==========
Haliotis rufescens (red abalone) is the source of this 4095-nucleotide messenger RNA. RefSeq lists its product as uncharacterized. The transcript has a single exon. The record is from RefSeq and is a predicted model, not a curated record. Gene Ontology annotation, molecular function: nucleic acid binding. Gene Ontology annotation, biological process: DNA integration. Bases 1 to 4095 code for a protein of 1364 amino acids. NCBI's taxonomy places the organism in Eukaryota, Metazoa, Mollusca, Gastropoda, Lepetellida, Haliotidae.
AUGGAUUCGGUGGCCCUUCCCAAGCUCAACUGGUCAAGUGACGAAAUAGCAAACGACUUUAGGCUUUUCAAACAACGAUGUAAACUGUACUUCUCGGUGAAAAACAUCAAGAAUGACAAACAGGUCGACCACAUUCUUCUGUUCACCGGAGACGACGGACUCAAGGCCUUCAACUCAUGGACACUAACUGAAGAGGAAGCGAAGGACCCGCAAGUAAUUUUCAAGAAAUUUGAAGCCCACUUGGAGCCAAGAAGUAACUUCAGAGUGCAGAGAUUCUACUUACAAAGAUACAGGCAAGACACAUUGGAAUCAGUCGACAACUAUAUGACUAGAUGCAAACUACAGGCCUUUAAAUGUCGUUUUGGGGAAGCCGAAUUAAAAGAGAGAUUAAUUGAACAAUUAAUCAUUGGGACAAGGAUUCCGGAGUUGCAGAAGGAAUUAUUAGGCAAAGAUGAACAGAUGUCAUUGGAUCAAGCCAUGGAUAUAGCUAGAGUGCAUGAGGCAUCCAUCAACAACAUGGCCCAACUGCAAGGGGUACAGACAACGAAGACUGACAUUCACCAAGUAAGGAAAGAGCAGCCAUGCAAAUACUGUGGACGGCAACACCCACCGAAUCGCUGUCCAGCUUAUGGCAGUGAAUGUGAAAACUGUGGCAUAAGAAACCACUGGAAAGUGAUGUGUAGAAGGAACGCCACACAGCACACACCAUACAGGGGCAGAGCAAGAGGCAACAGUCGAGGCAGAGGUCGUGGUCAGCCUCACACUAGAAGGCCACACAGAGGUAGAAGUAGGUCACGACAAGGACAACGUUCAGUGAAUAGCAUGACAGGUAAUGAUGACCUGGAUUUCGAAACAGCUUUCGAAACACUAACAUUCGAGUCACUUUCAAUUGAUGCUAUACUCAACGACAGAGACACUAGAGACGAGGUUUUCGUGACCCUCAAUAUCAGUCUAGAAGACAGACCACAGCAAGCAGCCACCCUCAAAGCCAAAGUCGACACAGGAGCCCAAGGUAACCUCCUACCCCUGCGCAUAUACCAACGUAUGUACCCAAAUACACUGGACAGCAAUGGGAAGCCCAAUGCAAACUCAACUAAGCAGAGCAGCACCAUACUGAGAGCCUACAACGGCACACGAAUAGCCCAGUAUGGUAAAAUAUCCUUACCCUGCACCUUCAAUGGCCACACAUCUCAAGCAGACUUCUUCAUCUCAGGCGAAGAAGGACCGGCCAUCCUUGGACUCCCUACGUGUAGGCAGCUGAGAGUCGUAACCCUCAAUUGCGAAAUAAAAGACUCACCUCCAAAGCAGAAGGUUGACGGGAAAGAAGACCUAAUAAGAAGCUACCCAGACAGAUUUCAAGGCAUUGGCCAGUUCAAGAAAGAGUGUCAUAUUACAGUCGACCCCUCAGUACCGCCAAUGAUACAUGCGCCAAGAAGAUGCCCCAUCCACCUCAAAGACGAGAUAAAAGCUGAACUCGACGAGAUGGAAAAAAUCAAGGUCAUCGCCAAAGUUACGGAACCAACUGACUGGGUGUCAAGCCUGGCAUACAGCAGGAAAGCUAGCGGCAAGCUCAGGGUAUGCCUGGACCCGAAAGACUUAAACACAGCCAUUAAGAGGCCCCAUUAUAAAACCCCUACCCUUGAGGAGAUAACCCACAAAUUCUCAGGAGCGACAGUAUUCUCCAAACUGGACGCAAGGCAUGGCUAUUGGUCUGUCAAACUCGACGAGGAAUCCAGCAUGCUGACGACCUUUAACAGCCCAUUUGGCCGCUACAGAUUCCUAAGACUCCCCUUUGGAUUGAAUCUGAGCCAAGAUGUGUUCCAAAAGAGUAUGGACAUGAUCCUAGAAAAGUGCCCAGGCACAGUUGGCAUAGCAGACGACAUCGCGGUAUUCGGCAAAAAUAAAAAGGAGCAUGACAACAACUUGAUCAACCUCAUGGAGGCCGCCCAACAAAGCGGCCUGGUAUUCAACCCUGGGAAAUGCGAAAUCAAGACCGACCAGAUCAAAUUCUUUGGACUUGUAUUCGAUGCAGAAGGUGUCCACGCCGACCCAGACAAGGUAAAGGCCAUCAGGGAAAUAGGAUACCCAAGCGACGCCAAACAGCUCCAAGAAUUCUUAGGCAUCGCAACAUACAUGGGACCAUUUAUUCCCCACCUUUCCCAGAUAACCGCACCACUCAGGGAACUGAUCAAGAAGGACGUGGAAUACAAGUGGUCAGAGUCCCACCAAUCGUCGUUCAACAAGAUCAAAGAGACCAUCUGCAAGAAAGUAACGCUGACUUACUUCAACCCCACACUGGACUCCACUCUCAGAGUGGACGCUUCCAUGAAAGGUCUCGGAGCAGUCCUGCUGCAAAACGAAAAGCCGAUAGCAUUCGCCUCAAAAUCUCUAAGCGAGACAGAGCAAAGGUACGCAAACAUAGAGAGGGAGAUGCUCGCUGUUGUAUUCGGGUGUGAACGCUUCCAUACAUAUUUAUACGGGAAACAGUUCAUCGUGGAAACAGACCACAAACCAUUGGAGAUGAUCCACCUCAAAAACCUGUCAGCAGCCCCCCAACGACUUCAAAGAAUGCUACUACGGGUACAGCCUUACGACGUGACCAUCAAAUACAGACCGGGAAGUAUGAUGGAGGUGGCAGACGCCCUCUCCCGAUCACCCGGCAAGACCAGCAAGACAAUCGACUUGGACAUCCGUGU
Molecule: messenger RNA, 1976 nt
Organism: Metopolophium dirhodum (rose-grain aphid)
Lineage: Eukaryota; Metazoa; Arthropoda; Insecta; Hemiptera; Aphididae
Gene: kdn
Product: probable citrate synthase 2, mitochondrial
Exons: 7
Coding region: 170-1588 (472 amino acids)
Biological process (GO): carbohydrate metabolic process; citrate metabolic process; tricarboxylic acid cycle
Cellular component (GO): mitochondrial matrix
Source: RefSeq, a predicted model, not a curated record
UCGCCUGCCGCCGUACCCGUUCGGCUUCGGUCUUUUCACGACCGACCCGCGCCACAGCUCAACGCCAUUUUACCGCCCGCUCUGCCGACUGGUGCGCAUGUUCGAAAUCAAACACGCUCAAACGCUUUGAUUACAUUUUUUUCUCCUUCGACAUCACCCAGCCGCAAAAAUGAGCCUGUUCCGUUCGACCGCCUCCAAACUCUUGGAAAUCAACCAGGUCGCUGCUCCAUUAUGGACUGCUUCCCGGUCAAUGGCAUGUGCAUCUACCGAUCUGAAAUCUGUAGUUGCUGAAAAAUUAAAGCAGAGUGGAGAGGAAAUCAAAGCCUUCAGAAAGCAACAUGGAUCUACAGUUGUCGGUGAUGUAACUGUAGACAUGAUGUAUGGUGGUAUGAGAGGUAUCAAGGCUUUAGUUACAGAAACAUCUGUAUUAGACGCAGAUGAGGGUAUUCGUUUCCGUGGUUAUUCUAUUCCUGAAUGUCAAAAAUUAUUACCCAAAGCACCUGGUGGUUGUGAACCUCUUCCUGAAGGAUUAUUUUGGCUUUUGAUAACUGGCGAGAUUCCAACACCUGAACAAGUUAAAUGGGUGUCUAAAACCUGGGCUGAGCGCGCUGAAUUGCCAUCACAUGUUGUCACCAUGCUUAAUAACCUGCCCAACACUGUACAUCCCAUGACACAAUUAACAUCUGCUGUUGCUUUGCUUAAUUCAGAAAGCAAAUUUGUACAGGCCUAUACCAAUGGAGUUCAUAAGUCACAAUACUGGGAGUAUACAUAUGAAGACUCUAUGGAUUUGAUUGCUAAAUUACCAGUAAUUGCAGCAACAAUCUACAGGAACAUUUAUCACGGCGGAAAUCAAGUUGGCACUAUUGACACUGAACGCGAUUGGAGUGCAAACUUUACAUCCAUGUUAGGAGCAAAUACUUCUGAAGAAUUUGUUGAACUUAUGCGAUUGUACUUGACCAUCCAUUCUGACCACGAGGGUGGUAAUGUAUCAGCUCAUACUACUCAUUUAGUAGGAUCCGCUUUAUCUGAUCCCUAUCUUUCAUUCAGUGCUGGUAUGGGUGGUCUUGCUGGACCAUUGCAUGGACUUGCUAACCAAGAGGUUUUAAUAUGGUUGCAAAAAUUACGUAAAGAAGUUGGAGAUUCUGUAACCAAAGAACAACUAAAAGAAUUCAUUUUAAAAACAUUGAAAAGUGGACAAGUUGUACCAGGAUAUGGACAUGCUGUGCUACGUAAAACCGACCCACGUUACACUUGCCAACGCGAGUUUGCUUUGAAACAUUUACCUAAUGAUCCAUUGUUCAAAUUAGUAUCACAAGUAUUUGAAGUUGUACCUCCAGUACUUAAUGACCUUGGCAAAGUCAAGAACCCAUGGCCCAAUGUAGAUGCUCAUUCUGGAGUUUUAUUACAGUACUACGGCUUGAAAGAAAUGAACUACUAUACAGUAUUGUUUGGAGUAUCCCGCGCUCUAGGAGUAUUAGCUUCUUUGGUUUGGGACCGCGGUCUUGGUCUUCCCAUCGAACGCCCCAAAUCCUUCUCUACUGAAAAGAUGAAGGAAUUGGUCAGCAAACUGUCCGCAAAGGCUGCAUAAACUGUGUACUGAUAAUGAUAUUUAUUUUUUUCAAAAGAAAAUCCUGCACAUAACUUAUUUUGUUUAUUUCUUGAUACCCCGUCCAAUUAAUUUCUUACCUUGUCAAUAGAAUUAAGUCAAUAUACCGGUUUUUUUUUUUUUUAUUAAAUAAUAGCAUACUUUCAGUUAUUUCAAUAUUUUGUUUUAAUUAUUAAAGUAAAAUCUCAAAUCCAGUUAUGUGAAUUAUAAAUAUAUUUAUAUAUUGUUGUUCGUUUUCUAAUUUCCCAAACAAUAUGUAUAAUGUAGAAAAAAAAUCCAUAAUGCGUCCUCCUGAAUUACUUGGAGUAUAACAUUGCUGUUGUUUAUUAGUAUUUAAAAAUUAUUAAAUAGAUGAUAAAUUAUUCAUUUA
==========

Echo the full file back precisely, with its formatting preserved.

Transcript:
Haliotis rufescens (red abalone) is the source of this 4095-nucleotide messenger RNA. RefSeq lists its product as uncharacterized. The transcript has a single exon. The record is from RefSeq and is a predicted model, not a curated record. Gene Ontology annotation, molecular function: nucleic acid binding. Gene Ontology annotation, biological process: DNA integration. Bases 1 to 4095 code for a protein of 1364 amino acids. NCBI's taxonomy places the organism in Eukaryota, Metazoa, Mollusca, Gastropoda, Lepetellida, Haliotidae.
AUGGAUUCGGUGGCCCUUCCCAAGCUCAACUGGUCAAGUGACGAAAUAGCAAACGACUUUAGGCUUUUCAAACAACGAUGUAAACUGUACUUCUCGGUGAAAAACAUCAAGAAUGACAAACAGGUCGACCACAUUCUUCUGUUCACCGGAGACGACGGACUCAAGGCCUUCAACUCAUGGACACUAACUGAAGAGGAAGCGAAGGACCCGCAAGUAAUUUUCAAGAAAUUUGAAGCCCACUUGGAGCCAAGAAGUAACUUCAGAGUGCAGAGAUUCUACUUACAAAGAUACAGGCAAGACACAUUGGAAUCAGUCGACAACUAUAUGACUAGAUGCAAACUACAGGCCUUUAAAUGUCGUUUUGGGGAAGCCGAAUUAAAAGAGAGAUUAAUUGAACAAUUAAUCAUUGGGACAAGGAUUCCGGAGUUGCAGAAGGAAUUAUUAGGCAAAGAUGAACAGAUGUCAUUGGAUCAAGCCAUGGAUAUAGCUAGAGUGCAUGAGGCAUCCAUCAACAACAUGGCCCAACUGCAAGGGGUACAGACAACGAAGACUGACAUUCACCAAGUAAGGAAAGAGCAGCCAUGCAAAUACUGUGGACGGCAACACCCACCGAAUCGCUGUCCAGCUUAUGGCAGUGAAUGUGAAAACUGUGGCAUAAGAAACCACUGGAAAGUGAUGUGUAGAAGGAACGCCACACAGCACACACCAUACAGGGGCAGAGCAAGAGGCAACAGUCGAGGCAGAGGUCGUGGUCAGCCUCACACUAGAAGGCCACACAGAGGUAGAAGUAGGUCACGACAAGGACAACGUUCAGUGAAUAGCAUGACAGGUAAUGAUGACCUGGAUUUCGAAACAGCUUUCGAAACACUAACAUUCGAGUCACUUUCAAUUGAUGCUAUACUCAACGACAGAGACACUAGAGACGAGGUUUUCGUGACCCUCAAUAUCAGUCUAGAAGACAGACCACAGCAAGCAGCCACCCUCAAAGCCAAAGUCGACACAGGAGCCCAAGGUAACCUCCUACCCCUGCGCAUAUACCAACGUAUGUACCCAAAUACACUGGACAGCAAUGGGAAGCCCAAUGCAAACUCAACUAAGCAGAGCAGCACCAUACUGAGAGCCUACAACGGCACACGAAUAGCCCAGUAUGGUAAAAUAUCCUUACCCUGCACCUUCAAUGGCCACACAUCUCAAGCAGACUUCUUCAUCUCAGGCGAAGAAGGACCGGCCAUCCUUGGACUCCCUACGUGUAGGCAGCUGAGAGUCGUAACCCUCAAUUGCGAAAUAAAAGACUCACCUCCAAAGCAGAAGGUUGACGGGAAAGAAGACCUAAUAAGAAGCUACCCAGACAGAUUUCAAGGCAUUGGCCAGUUCAAGAAAGAGUGUCAUAUUACAGUCGACCCCUCAGUACCGCCAAUGAUACAUGCGCCAAGAAGAUGCCCCAUCCACCUCAAAGACGAGAUAAAAGCUGAACUCGACGAGAUGGAAAAAAUCAAGGUCAUCGCCAAAGUUACGGAACCAACUGACUGGGUGUCAAGCCUGGCAUACAGCAGGAAAGCUAGCGGCAAGCUCAGGGUAUGCCUGGACCCGAAAGACUUAAACACAGCCAUUAAGAGGCCCCAUUAUAAAACCCCUACCCUUGAGGAGAUAACCCACAAAUUCUCAGGAGCGACAGUAUUCUCCAAACUGGACGCAAGGCAUGGCUAUUGGUCUGUCAAACUCGACGAGGAAUCCAGCAUGCUGACGACCUUUAACAGCCCAUUUGGCCGCUACAGAUUCCUAAGACUCCCCUUUGGAUUGAAUCUGAGCCAAGAUGUGUUCCAAAAGAGUAUGGACAUGAUCCUAGAAAAGUGCCCAGGCACAGUUGGCAUAGCAGACGACAUCGCGGUAUUCGGCAAAAAUAAAAAGGAGCAUGACAACAACUUGAUCAACCUCAUGGAGGCCGCCCAACAAAGCGGCCUGGUAUUCAACCCUGGGAAAUGCGAAAUCAAGACCGACCAGAUCAAAUUCUUUGGACUUGUAUUCGAUGCAGAAGGUGUCCACGCCGACCCAGACAAGGUAAAGGCCAUCAGGGAAAUAGGAUACCCAAGCGACGCCAAACAGCUCCAAGAAUUCUUAGGCAUCGCAACAUACAUGGGACCAUUUAUUCCCCACCUUUCCCAGAUAACCGCACCACUCAGGGAACUGAUCAAGAAGGACGUGGAAUACAAGUGGUCAGAGUCCCACCAAUCGUCGUUCAACAAGAUCAAAGAGACCAUCUGCAAGAAAGUAACGCUGACUUACUUCAACCCCACACUGGACUCCACUCUCAGAGUGGACGCUUCCAUGAAAGGUCUCGGAGCAGUCCUGCUGCAAAACGAAAAGCCGAUAGCAUUCGCCUCAAAAUCUCUAAGCGAGACAGAGCAAAGGUACGCAAACAUAGAGAGGGAGAUGCUCGCUGUUGUAUUCGGGUGUGAACGCUUCCAUACAUAUUUAUACGGGAAACAGUUCAUCGUGGAAACAGACCACAAACCAUUGGAGAUGAUCCACCUCAAAAACCUGUCAGCAGCCCCCCAACGACUUCAAAGAAUGCUACUACGGGUACAGCCUUACGACGUGACCAUCAAAUACAGACCGGGAAGUAUGAUGGAGGUGGCAGACGCCCUCUCCCGAUCACCCGGCAAGACCAGCAAGACAAUCGACUUGGACAUCCGUGU
Molecule: messenger RNA, 1976 nt
Organism: Metopolophium dirhodum (rose-grain aphid)
Lineage: Eukaryota; Metazoa; Arthropoda; Insecta; Hemiptera; Aphididae
Gene: kdn
Product: probable citrate synthase 2, mitochondrial
Exons: 7
Coding region: 170-1588 (472 amino acids)
Biological process (GO): carbohydrate metabolic process; citrate metabolic process; tricarboxylic acid cycle
Cellular component (GO): mitochondrial matrix
Source: RefSeq, a predicted model, not a curated record
UCGCCUGCCGCCGUACCCGUUCGGCUUCGGUCUUUUCACGACCGACCCGCGCCACAGCUCAACGCCAUUUUACCGCCCGCUCUGCCGACUGGUGCGCAUGUUCGAAAUCAAACACGCUCAAACGCUUUGAUUACAUUUUUUUCUCCUUCGACAUCACCCAGCCGCAAAAAUGAGCCUGUUCCGUUCGACCGCCUCCAAACUCUUGGAAAUCAACCAGGUCGCUGCUCCAUUAUGGACUGCUUCCCGGUCAAUGGCAUGUGCAUCUACCGAUCUGAAAUCUGUAGUUGCUGAAAAAUUAAAGCAGAGUGGAGAGGAAAUCAAAGCCUUCAGAAAGCAACAUGGAUCUACAGUUGUCGGUGAUGUAACUGUAGACAUGAUGUAUGGUGGUAUGAGAGGUAUCAAGGCUUUAGUUACAGAAACAUCUGUAUUAGACGCAGAUGAGGGUAUUCGUUUCCGUGGUUAUUCUAUUCCUGAAUGUCAAAAAUUAUUACCCAAAGCACCUGGUGGUUGUGAACCUCUUCCUGAAGGAUUAUUUUGGCUUUUGAUAACUGGCGAGAUUCCAACACCUGAACAAGUUAAAUGGGUGUCUAAAACCUGGGCUGAGCGCGCUGAAUUGCCAUCACAUGUUGUCACCAUGCUUAAUAACCUGCCCAACACUGUACAUCCCAUGACACAAUUAACAUCUGCUGUUGCUUUGCUUAAUUCAGAAAGCAAAUUUGUACAGGCCUAUACCAAUGGAGUUCAUAAGUCACAAUACUGGGAGUAUACAUAUGAAGACUCUAUGGAUUUGAUUGCUAAAUUACCAGUAAUUGCAGCAACAAUCUACAGGAACAUUUAUCACGGCGGAAAUCAAGUUGGCACUAUUGACACUGAACGCGAUUGGAGUGCAAACUUUACAUCCAUGUUAGGAGCAAAUACUUCUGAAGAAUUUGUUGAACUUAUGCGAUUGUACUUGACCAUCCAUUCUGACCACGAGGGUGGUAAUGUAUCAGCUCAUACUACUCAUUUAGUAGGAUCCGCUUUAUCUGAUCCCUAUCUUUCAUUCAGUGCUGGUAUGGGUGGUCUUGCUGGACCAUUGCAUGGACUUGCUAACCAAGAGGUUUUAAUAUGGUUGCAAAAAUUACGUAAAGAAGUUGGAGAUUCUGUAACCAAAGAACAACUAAAAGAAUUCAUUUUAAAAACAUUGAAAAGUGGACAAGUUGUACCAGGAUAUGGACAUGCUGUGCUACGUAAAACCGACCCACGUUACACUUGCCAACGCGAGUUUGCUUUGAAACAUUUACCUAAUGAUCCAUUGUUCAAAUUAGUAUCACAAGUAUUUGAAGUUGUACCUCCAGUACUUAAUGACCUUGGCAAAGUCAAGAACCCAUGGCCCAAUGUAGAUGCUCAUUCUGGAGUUUUAUUACAGUACUACGGCUUGAAAGAAAUGAACUACUAUACAGUAUUGUUUGGAGUAUCCCGCGCUCUAGGAGUAUUAGCUUCUUUGGUUUGGGACCGCGGUCUUGGUCUUCCCAUCGAACGCCCCAAAUCCUUCUCUACUGAAAAGAUGAAGGAAUUGGUCAGCAAACUGUCCGCAAAGGCUGCAUAAACUGUGUACUGAUAAUGAUAUUUAUUUUUUUCAAAAGAAAAUCCUGCACAUAACUUAUUUUGUUUAUUUCUUGAUACCCCGUCCAAUUAAUUUCUUACCUUGUCAAUAGAAUUAAGUCAAUAUACCGGUUUUUUUUUUUUUUAUUAAAUAAUAGCAUACUUUCAGUUAUUUCAAUAUUUUGUUUUAAUUAUUAAAGUAAAAUCUCAAAUCCAGUUAUGUGAAUUAUAAAUAUAUUUAUAUAUUGUUGUUCGUUUUCUAAUUUCCCAAACAAUAUGUAUAAUGUAGAAAAAAAAUCCAUAAUGCGUCCUCCUGAAUUACUUGGAGUAUAACAUUGCUGUUGUUUAUUAGUAUUUAAAAAUUAUUAAAUAGAUGAUAAAUUAUUCAUUUA